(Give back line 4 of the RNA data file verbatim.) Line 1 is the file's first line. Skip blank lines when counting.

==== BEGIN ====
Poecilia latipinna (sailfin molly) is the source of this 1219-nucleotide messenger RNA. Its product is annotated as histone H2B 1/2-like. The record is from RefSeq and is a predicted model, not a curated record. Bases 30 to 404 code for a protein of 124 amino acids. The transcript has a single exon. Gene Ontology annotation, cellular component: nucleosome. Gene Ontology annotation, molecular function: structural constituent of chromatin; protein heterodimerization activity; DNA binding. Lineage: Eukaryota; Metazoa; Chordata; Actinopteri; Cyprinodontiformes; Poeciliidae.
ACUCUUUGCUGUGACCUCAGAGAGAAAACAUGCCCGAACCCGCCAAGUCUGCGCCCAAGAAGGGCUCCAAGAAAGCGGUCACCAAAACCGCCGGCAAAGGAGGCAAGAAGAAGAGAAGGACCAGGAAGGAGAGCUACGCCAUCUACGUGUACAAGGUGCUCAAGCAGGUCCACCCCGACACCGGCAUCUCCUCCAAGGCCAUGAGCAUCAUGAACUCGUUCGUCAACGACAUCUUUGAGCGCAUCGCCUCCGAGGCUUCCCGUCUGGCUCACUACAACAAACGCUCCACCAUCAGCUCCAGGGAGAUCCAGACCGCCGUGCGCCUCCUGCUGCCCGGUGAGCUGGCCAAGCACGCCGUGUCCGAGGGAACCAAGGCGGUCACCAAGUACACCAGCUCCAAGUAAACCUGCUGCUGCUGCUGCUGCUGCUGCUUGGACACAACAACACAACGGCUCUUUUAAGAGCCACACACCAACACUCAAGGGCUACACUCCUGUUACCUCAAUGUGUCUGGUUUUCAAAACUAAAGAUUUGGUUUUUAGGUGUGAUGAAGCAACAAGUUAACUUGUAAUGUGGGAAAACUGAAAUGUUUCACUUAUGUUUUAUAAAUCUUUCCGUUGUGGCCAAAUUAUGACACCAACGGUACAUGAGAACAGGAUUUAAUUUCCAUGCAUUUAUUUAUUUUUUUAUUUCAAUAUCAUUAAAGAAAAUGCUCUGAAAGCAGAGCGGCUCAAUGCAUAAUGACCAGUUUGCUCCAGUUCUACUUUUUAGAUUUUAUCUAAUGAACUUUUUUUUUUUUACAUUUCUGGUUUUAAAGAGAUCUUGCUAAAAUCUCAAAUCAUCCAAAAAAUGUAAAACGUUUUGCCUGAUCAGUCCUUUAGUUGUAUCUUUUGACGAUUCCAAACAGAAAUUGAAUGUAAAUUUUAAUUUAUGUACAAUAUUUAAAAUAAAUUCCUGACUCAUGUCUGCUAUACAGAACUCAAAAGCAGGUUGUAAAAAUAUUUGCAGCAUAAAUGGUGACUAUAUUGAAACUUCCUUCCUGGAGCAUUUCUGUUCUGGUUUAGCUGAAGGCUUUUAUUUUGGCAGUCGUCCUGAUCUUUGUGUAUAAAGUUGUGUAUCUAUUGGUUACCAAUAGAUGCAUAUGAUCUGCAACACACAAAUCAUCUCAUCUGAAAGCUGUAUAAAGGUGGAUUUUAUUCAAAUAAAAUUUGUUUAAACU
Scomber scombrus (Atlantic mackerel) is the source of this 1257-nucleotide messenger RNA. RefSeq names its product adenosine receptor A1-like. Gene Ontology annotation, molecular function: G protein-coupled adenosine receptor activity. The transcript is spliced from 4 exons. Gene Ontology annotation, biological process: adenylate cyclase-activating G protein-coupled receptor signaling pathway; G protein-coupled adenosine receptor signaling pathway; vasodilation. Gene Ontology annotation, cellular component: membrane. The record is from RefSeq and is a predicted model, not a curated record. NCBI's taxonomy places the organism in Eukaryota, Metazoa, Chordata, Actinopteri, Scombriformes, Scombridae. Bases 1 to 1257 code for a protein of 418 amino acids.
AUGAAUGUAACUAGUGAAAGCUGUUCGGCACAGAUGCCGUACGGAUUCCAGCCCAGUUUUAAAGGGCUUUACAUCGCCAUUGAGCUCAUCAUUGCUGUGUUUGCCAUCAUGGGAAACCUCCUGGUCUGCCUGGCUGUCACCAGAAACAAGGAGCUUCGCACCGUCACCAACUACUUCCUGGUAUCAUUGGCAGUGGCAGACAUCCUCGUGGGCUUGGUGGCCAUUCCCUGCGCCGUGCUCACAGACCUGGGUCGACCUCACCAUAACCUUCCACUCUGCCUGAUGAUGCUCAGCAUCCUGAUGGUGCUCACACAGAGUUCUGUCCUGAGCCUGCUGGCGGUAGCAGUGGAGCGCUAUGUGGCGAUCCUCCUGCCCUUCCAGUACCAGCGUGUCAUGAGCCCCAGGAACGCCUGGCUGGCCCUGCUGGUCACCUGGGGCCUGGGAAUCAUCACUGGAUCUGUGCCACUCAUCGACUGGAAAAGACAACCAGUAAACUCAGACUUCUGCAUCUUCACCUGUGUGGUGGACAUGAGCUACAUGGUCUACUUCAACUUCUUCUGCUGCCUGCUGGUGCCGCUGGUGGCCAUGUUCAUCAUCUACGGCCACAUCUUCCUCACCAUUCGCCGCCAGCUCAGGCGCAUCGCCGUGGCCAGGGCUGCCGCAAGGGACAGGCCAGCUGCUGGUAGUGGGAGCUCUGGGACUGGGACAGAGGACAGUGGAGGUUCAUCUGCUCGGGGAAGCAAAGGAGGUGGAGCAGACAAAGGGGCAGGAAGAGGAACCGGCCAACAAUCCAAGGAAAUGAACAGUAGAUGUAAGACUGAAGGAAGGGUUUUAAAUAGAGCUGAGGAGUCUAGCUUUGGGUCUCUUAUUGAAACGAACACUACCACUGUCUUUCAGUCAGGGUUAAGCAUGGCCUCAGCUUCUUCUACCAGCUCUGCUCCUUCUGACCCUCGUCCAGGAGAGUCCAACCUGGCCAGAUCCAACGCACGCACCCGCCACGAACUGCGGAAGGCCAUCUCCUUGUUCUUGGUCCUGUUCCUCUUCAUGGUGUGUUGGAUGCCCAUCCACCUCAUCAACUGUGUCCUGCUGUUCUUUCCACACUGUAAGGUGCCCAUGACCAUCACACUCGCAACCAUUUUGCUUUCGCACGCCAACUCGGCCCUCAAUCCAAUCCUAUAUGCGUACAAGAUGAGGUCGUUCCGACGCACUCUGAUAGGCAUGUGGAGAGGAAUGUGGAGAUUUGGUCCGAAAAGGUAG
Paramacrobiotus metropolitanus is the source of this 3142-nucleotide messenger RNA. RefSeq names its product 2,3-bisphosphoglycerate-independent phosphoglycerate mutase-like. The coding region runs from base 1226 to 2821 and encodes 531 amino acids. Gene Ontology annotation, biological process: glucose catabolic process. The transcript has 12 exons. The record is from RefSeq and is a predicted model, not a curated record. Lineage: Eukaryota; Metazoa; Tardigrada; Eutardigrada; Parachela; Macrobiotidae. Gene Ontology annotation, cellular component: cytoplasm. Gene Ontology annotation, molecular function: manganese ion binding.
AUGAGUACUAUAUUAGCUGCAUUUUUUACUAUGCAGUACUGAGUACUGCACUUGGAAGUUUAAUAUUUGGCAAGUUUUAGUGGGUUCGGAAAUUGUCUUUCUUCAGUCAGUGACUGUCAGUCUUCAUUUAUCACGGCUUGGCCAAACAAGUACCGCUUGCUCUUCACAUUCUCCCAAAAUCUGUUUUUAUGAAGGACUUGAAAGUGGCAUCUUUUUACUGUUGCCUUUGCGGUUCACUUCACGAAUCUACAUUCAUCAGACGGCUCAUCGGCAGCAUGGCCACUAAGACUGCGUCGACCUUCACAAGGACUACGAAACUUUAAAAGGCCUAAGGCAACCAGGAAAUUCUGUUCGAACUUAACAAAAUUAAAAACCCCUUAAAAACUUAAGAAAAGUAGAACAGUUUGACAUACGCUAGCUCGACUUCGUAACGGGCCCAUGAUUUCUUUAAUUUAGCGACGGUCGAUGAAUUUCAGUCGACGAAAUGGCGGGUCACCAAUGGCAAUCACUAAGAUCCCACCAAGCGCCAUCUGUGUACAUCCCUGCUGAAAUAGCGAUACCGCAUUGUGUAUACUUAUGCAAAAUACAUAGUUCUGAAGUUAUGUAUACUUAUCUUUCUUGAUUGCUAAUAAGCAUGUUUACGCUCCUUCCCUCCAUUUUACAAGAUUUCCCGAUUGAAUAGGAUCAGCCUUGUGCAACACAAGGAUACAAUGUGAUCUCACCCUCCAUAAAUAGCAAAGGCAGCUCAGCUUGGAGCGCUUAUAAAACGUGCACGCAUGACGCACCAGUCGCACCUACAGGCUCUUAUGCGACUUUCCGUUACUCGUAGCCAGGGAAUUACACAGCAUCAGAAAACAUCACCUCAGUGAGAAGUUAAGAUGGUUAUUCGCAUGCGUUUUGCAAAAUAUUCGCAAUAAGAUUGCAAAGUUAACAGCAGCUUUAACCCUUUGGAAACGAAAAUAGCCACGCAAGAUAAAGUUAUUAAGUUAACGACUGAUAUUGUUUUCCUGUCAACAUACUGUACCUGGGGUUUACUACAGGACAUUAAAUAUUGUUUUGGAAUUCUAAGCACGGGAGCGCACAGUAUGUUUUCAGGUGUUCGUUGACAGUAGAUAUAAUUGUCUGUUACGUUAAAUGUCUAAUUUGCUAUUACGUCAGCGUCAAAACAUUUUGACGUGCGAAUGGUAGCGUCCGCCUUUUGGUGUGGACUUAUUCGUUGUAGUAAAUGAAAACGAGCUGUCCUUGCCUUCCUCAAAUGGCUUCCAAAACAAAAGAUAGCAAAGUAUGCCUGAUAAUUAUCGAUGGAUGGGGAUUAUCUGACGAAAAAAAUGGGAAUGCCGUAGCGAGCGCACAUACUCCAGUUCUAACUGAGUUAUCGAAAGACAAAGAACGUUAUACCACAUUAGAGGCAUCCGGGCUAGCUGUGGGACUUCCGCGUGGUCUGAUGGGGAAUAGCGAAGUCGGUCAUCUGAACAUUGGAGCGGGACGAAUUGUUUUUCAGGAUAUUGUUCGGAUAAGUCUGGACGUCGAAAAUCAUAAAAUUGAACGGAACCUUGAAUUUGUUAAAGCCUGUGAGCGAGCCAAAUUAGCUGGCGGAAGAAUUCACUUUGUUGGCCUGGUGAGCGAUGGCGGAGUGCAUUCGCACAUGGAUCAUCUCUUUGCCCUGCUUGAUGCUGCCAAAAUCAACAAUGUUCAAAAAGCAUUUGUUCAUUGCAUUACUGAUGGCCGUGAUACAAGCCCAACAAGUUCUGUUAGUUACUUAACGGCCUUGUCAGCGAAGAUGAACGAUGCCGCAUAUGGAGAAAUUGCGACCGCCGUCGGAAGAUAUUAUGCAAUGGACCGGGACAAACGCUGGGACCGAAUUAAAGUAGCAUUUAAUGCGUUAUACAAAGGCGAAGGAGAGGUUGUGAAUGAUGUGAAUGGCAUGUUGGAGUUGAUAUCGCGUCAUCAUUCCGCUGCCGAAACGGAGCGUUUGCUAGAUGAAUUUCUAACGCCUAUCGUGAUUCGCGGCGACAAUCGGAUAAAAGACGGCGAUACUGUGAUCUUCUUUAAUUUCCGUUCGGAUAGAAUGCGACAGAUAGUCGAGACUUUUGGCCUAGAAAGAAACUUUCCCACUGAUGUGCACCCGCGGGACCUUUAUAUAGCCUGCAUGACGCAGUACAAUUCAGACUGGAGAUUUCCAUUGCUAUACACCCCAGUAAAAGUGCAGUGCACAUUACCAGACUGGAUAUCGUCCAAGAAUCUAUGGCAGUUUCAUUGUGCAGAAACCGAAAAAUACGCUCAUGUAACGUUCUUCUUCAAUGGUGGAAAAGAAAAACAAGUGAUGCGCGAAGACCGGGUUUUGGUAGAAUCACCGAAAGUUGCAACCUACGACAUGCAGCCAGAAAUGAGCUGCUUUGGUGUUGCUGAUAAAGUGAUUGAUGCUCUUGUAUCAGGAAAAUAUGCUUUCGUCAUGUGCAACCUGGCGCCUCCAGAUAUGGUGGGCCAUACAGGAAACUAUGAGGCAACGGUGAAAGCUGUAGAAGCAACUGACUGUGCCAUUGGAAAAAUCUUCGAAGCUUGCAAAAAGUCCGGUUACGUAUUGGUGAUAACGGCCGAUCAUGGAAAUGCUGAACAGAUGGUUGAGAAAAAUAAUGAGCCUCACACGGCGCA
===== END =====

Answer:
AUGAAUGUAACUAGUGAAAGCUGUUCGGCACAGAUGCCGUACGGAUUCCAGCCCAGUUUUAAAGGGCUUUACAUCGCCAUUGAGCUCAUCAUUGCUGUGUUUGCCAUCAUGGGAAACCUCCUGGUCUGCCUGGCUGUCACCAGAAACAAGGAGCUUCGCACCGUCACCAACUACUUCCUGGUAUCAUUGGCAGUGGCAGACAUCCUCGUGGGCUUGGUGGCCAUUCCCUGCGCCGUGCUCACAGACCUGGGUCGACCUCACCAUAACCUUCCACUCUGCCUGAUGAUGCUCAGCAUCCUGAUGGUGCUCACACAGAGUUCUGUCCUGAGCCUGCUGGCGGUAGCAGUGGAGCGCUAUGUGGCGAUCCUCCUGCCCUUCCAGUACCAGCGUGUCAUGAGCCCCAGGAACGCCUGGCUGGCCCUGCUGGUCACCUGGGGCCUGGGAAUCAUCACUGGAUCUGUGCCACUCAUCGACUGGAAAAGACAACCAGUAAACUCAGACUUCUGCAUCUUCACCUGUGUGGUGGACAUGAGCUACAUGGUCUACUUCAACUUCUUCUGCUGCCUGCUGGUGCCGCUGGUGGCCAUGUUCAUCAUCUACGGCCACAUCUUCCUCACCAUUCGCCGCCAGCUCAGGCGCAUCGCCGUGGCCAGGGCUGCCGCAAGGGACAGGCCAGCUGCUGGUAGUGGGAGCUCUGGGACUGGGACAGAGGACAGUGGAGGUUCAUCUGCUCGGGGAAGCAAAGGAGGUGGAGCAGACAAAGGGGCAGGAAGAGGAACCGGCCAACAAUCCAAGGAAAUGAACAGUAGAUGUAAGACUGAAGGAAGGGUUUUAAAUAGAGCUGAGGAGUCUAGCUUUGGGUCUCUUAUUGAAACGAACACUACCACUGUCUUUCAGUCAGGGUUAAGCAUGGCCUCAGCUUCUUCUACCAGCUCUGCUCCUUCUGACCCUCGUCCAGGAGAGUCCAACCUGGCCAGAUCCAACGCACGCACCCGCCACGAACUGCGGAAGGCCAUCUCCUUGUUCUUGGUCCUGUUCCUCUUCAUGGUGUGUUGGAUGCCCAUCCACCUCAUCAACUGUGUCCUGCUGUUCUUUCCACACUGUAAGGUGCCCAUGACCAUCACACUCGCAACCAUUUUGCUUUCGCACGCCAACUCGGCCCUCAAUCCAAUCCUAUAUGCGUACAAGAUGAGGUCGUUCCGACGCACUCUGAUAGGCAUGUGGAGAGGAAUGUGGAGAUUUGGUCCGAAAAGGUAG